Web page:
Randy Wittman defends ‘hack-a’ strategy with bizarre analogy
Some might label "Hack-a-Shaq" as an intelligent basketball strategy. By intentionally placing a poor free-throw shooter at the line, you’re eliminating the opponent’s rhythm and decreasing their chance of scoring at an efficient rate.
The counter argument is that it’s the single worst commandment in the NBA, and completely ruins it as an entertainment product.
Washington Wizards head coach Randy Wittman decided to chime in with his two cents before Monday night’s loss against the Los Angeles Clippers. Here’s what he said, according to The Washington Post:
“Hey, listen, it’s part of the game,” Wittman said Sunday. “I know it’s a debate and everybody on TV says to get rid of it. But, you know what, now you’re rewarding people for having faults. If you can’t shoot the three-point shot, are we not allowed to guard you anymore? Because you’re not a very good three-point shooter so now we can’t close out on you?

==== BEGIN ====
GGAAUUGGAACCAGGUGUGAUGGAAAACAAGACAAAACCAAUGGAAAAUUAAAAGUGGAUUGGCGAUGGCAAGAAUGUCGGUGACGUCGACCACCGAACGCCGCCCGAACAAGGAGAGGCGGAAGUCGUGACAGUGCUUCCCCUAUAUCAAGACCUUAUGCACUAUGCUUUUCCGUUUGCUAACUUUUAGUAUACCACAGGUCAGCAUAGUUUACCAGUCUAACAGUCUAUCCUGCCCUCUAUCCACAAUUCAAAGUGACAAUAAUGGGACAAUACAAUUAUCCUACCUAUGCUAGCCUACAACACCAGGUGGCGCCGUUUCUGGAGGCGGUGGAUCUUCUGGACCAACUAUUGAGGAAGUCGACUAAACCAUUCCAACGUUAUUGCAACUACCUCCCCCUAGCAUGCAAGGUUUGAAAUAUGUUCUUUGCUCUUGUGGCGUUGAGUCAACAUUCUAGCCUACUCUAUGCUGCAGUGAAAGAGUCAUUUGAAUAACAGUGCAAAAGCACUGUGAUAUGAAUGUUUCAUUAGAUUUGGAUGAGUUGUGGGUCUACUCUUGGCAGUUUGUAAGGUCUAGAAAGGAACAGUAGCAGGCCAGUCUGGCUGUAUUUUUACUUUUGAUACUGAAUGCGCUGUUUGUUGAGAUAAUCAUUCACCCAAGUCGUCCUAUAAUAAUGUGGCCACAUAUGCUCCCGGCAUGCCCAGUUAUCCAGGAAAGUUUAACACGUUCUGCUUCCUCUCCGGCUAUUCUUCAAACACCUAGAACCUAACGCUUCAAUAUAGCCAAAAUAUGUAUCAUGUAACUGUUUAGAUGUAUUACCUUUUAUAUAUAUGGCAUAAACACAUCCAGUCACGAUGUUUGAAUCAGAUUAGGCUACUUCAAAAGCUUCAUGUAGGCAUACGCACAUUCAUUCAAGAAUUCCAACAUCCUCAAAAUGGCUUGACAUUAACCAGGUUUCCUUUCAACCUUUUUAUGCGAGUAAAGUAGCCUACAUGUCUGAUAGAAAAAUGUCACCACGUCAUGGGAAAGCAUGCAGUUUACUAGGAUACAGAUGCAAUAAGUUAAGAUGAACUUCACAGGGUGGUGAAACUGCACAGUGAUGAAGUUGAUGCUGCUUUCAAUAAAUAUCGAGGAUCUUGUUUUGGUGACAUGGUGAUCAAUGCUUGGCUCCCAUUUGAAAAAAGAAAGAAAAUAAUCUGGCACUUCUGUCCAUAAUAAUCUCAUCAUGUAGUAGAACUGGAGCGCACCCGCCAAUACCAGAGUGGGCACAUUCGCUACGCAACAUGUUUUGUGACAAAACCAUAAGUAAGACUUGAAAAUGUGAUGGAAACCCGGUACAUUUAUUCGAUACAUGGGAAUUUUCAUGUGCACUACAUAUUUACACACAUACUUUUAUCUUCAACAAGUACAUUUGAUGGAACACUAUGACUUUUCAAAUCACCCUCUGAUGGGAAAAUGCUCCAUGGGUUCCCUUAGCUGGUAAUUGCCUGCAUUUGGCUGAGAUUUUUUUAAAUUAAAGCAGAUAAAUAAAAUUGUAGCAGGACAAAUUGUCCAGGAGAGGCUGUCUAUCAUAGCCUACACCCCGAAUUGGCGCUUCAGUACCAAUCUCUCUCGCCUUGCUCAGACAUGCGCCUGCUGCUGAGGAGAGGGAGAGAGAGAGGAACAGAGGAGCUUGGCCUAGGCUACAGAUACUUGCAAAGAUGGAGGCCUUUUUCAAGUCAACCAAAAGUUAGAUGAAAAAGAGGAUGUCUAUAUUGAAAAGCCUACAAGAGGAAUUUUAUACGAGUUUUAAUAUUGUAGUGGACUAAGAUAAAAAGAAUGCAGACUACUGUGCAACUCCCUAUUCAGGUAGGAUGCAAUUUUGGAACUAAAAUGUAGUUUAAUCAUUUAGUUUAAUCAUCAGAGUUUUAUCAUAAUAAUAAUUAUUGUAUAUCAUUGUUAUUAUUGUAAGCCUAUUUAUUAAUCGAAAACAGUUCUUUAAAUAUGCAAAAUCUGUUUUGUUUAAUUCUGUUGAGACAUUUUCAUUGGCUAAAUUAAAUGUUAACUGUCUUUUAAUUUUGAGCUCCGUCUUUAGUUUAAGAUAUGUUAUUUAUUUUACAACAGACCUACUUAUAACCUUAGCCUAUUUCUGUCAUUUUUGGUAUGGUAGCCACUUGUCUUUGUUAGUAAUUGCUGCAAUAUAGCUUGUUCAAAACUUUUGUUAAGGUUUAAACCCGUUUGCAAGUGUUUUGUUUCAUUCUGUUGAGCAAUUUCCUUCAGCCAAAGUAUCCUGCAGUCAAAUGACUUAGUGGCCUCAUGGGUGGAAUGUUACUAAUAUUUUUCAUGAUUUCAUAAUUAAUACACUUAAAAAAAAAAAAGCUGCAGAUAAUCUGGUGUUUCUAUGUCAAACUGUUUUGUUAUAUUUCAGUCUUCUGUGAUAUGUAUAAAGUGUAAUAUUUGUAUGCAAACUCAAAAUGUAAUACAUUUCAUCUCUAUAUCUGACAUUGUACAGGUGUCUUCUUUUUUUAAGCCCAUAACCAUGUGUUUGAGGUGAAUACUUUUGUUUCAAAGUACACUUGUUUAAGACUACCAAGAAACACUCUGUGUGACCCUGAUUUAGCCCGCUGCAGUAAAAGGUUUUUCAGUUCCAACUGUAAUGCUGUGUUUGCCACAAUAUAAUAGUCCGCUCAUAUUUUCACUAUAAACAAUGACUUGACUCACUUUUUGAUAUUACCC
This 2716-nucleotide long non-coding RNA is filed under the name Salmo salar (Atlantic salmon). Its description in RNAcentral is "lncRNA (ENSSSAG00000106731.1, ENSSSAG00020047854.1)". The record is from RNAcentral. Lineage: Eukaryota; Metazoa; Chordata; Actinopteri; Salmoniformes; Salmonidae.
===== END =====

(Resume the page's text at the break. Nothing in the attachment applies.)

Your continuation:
“You can bleed this down to everything so, you know what, someone said it the other day. Kevin Durant or somebody. Get in the gym and improve your free throws if you don’t want to get fouled.”
This completely misses the point and is also wrong. Teams regularly leave opposing three-point shooters wide open on purpose and essentially play them off the floor. The most notable recent example is Memphis Grizzlies guard Tony Allen, who was completely ignored by the Golden State Warriors during last year’s postseason. That move catalyzed the eventual champions and helped bring them back from a 2-1 series deficit.
So, yes, not closing out on poor three-point shooters is something NBA teams do all the time, and leaving them wide open is its own kind of punishment.
It’s nonsensical to connect that with intentionally fouling a free-throw shooter, which disrupts the game’s entire flow and is a total bore.
If Marcin Gortat was a 35 percent free-throw shooter, there’s a good chance Wittman would be singing a different tune.